Here, from the prayer by the priest and New Mexico historian and genealogist Fray Angélico Chávez on a prayer card, is an example of the kind of peacenik language that sums up La Conquistadora’s role in the region: “O Conquistadora, our Patroness and Queen, the woman whose seed will crush the serpent’s head … O Conquistadora, our Patroness and Queen, through Jesus Christ, the Prince of Peace, and our Universal King, convert all the infidels and enemies of the Peace of Christ … ” In his rather sweet history of the statue, written in her voice, Fray Angélico tried, not very successfully, to reconcile La Conquistadora’s contradictory roles as representative of peace and mascot of a violent land grab.
La Conquistadora stands two and a half feet tall. Her carved face is placid and regal and a little bored looking; her hair, a wig, is thick and dark under a veil. Sometimes, though not always, she holds an infant Jesus rather loosely in her large, stiff hands. He has to be pinned to her dress, and his startled expression reflects his understanding of his precarious position.
She is beloved in Santa Fe. Every summer, she is processed through the streets to the Rosario Chapel, where she stays during the novenas, nine days of Masses. She has an extensive collection of valuable jewelry—gem-encrusted crowns, turquoise and silver squash blossom necklaces—and an elaborate wardrobe of more than two hundred gowns, sewn or commissioned over the centuries by devoted parishioners. One of these dresses was a gift from my grandmother. When I was eleven, I went with her to a fabric store to choose the material, a shimmering pink-gold paisley lamé—exactly the fabric my grandmother might select for her own ball gown.
From the time I was little, whenever I visited my grandmother, we made a point of paying a visit to La Conquistadora in her chapel. We’d drop quarters into the metal box near the bank of candles flickering in their red glass holders, and then light new candles of our own.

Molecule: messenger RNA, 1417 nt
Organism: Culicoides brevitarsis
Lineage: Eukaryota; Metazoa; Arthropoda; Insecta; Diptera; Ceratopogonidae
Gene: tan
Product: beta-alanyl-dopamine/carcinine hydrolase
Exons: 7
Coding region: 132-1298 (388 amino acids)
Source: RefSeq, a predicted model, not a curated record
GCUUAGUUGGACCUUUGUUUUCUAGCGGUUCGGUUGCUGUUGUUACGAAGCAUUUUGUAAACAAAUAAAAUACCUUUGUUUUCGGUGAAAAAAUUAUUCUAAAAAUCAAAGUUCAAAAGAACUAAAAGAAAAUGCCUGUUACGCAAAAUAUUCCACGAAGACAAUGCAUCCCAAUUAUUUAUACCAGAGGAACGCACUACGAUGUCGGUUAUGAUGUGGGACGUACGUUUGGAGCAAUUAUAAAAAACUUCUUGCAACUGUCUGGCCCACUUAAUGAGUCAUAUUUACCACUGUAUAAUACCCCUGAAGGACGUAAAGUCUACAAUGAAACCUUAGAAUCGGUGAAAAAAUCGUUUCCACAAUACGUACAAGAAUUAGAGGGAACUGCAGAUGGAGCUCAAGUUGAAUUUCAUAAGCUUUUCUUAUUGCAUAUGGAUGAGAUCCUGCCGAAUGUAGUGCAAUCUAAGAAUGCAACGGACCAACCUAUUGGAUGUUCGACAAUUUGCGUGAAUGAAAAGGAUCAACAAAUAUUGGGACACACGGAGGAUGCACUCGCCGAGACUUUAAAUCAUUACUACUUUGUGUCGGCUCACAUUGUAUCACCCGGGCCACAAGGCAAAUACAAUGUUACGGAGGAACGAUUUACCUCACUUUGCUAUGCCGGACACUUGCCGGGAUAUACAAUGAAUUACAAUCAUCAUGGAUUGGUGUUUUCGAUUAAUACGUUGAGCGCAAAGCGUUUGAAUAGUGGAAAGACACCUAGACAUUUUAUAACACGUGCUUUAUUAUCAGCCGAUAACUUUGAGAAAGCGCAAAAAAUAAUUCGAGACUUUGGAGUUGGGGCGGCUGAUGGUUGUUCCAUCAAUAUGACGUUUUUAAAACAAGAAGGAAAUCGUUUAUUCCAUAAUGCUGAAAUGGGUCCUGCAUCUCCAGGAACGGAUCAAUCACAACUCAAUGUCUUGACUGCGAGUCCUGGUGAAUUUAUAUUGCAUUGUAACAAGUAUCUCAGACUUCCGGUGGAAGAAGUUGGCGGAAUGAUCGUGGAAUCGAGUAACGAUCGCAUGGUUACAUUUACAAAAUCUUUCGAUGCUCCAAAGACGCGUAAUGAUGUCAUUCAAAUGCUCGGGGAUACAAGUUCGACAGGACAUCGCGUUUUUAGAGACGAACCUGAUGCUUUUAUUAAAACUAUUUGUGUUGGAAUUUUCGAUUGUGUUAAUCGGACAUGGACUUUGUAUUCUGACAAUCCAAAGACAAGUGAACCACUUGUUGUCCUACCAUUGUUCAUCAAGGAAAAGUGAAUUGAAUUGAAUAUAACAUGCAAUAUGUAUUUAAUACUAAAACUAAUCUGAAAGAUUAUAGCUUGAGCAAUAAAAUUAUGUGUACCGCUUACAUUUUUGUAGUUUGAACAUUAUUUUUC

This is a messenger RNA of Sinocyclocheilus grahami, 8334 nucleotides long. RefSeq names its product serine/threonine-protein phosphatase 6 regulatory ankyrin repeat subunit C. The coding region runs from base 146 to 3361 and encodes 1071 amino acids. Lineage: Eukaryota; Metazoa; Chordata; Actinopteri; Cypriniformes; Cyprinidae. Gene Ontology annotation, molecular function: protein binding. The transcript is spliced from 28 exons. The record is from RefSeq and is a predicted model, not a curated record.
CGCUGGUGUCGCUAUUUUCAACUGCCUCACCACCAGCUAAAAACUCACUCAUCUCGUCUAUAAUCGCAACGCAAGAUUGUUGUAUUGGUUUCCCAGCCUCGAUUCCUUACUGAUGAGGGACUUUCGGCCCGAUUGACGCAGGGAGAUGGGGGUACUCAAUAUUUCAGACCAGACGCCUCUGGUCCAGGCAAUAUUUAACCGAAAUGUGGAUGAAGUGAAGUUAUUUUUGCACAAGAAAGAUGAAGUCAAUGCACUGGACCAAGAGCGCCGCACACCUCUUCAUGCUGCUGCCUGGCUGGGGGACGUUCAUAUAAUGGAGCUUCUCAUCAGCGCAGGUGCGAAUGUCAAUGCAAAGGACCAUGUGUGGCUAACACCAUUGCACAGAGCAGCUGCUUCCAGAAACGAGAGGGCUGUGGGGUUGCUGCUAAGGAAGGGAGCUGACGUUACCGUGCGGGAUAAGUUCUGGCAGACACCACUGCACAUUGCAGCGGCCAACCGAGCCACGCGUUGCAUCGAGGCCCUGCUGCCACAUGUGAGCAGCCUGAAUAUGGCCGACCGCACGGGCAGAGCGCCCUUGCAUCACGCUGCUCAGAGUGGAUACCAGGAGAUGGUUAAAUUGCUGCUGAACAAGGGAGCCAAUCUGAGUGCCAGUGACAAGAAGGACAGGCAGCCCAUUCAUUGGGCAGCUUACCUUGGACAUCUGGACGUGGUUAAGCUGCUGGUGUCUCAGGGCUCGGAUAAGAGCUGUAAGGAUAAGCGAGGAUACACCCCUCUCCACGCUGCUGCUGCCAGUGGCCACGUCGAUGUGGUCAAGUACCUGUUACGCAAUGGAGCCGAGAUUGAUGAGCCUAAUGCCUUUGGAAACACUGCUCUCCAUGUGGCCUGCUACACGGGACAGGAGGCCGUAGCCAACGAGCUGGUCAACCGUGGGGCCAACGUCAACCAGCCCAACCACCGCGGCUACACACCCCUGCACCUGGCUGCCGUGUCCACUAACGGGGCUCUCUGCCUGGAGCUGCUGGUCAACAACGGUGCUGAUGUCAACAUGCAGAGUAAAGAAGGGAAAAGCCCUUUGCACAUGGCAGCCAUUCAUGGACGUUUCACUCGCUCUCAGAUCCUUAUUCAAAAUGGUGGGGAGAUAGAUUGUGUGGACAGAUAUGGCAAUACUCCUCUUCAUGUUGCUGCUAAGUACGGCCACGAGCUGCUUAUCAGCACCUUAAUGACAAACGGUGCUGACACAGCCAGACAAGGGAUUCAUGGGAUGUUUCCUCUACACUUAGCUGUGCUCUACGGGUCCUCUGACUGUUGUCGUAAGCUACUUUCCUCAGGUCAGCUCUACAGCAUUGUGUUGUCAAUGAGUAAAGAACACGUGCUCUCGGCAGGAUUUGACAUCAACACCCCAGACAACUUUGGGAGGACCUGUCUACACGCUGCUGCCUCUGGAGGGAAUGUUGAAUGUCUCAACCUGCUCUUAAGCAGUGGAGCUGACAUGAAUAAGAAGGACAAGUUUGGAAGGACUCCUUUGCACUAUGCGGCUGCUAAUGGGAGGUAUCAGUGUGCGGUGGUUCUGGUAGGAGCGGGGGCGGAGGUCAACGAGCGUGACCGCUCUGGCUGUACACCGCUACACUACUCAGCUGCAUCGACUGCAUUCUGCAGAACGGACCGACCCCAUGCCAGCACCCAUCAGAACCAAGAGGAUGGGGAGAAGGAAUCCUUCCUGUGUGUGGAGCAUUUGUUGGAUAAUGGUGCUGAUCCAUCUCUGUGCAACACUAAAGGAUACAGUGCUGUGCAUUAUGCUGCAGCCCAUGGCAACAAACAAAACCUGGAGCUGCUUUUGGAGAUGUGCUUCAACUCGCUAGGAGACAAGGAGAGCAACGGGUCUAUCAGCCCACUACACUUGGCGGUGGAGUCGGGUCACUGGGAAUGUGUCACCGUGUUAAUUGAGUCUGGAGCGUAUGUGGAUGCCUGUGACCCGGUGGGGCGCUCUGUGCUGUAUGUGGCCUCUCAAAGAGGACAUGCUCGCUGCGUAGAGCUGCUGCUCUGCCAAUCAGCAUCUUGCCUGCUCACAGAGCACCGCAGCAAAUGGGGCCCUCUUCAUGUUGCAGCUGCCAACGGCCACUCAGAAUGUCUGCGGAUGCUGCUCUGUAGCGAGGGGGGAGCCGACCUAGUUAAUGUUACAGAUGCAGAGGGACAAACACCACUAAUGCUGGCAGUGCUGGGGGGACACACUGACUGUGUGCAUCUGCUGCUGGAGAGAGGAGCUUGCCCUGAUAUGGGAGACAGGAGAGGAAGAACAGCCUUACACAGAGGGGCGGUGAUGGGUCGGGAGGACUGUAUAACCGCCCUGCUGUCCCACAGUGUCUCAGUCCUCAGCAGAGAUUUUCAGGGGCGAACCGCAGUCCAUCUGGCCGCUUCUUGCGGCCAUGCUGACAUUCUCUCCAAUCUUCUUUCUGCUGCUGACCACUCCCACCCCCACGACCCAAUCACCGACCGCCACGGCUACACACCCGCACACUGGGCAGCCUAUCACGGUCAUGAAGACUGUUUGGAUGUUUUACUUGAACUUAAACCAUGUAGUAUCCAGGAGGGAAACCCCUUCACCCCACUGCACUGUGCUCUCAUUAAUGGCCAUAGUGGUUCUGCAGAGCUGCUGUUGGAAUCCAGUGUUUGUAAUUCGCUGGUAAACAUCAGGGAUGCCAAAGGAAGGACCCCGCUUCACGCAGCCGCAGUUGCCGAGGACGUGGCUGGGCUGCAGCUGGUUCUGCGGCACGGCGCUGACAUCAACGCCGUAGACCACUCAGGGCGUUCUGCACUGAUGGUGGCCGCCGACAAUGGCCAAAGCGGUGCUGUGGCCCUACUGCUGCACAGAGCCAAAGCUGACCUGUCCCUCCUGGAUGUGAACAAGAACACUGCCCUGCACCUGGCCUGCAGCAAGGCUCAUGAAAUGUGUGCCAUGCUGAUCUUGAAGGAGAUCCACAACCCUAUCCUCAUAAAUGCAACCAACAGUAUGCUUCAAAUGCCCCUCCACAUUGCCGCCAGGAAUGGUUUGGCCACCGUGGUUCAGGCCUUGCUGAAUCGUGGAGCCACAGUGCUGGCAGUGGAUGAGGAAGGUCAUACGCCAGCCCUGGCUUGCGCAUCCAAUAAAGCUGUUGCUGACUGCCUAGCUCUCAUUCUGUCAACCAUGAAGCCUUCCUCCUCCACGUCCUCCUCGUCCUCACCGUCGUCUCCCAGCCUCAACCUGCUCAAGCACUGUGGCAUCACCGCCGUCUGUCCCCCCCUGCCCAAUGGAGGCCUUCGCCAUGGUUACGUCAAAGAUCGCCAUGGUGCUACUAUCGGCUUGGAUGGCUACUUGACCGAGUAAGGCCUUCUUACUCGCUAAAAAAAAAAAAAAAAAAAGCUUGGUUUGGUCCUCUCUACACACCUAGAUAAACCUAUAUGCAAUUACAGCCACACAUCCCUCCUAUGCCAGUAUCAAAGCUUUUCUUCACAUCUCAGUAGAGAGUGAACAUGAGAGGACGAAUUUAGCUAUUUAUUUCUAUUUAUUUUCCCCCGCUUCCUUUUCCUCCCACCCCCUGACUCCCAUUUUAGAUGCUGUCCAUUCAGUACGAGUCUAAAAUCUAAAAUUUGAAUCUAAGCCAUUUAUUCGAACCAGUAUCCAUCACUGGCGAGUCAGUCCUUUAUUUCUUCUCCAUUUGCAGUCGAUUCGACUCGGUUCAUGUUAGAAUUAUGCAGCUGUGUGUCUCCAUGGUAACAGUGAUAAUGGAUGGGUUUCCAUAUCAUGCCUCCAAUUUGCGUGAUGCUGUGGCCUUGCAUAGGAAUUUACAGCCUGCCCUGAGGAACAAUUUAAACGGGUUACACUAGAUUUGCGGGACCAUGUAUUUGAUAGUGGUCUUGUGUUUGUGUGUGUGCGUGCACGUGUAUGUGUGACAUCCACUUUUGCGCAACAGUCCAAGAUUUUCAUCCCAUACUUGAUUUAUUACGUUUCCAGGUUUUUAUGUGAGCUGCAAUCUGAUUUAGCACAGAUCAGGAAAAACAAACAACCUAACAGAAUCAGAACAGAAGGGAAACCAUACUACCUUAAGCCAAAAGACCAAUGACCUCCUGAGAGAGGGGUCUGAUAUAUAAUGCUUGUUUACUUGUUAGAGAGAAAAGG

As I prayed, I would feel the old anxiety that I might leave someone out, and gradually I would become aware of the sounds of the church around me: of a heavy door closing at the back of the cathedral, of other people’s steps, of my grandmother kneeling beside me, of my own heartbeat. I’d feel that swelling sense of connection to those who’d prayed to La Conquistadora before me, some of them my own ancestors, and I’d be struck by the vast untouchable enormity of history and of the heavens and of God himself.
After I wrote the essay, I sent my grandmother a copy, because I was proud of it and because I wanted her to know what it had meant to me to attend church with her. And, if I’m perfectly honest, I gave it to her because I knew that it would further cement my position as the favorite grandchild.
“Um, maybe don’t show that essay to anyone anymore,” I said on the phone that afternoon when I was twenty-five. “It’s embarrassing.”
“What’s embarrassing about it?” my grandmother said. “I think it’s beautiful that you come to church with me. I wish the rest of my kids would. I wish you’d do it more.”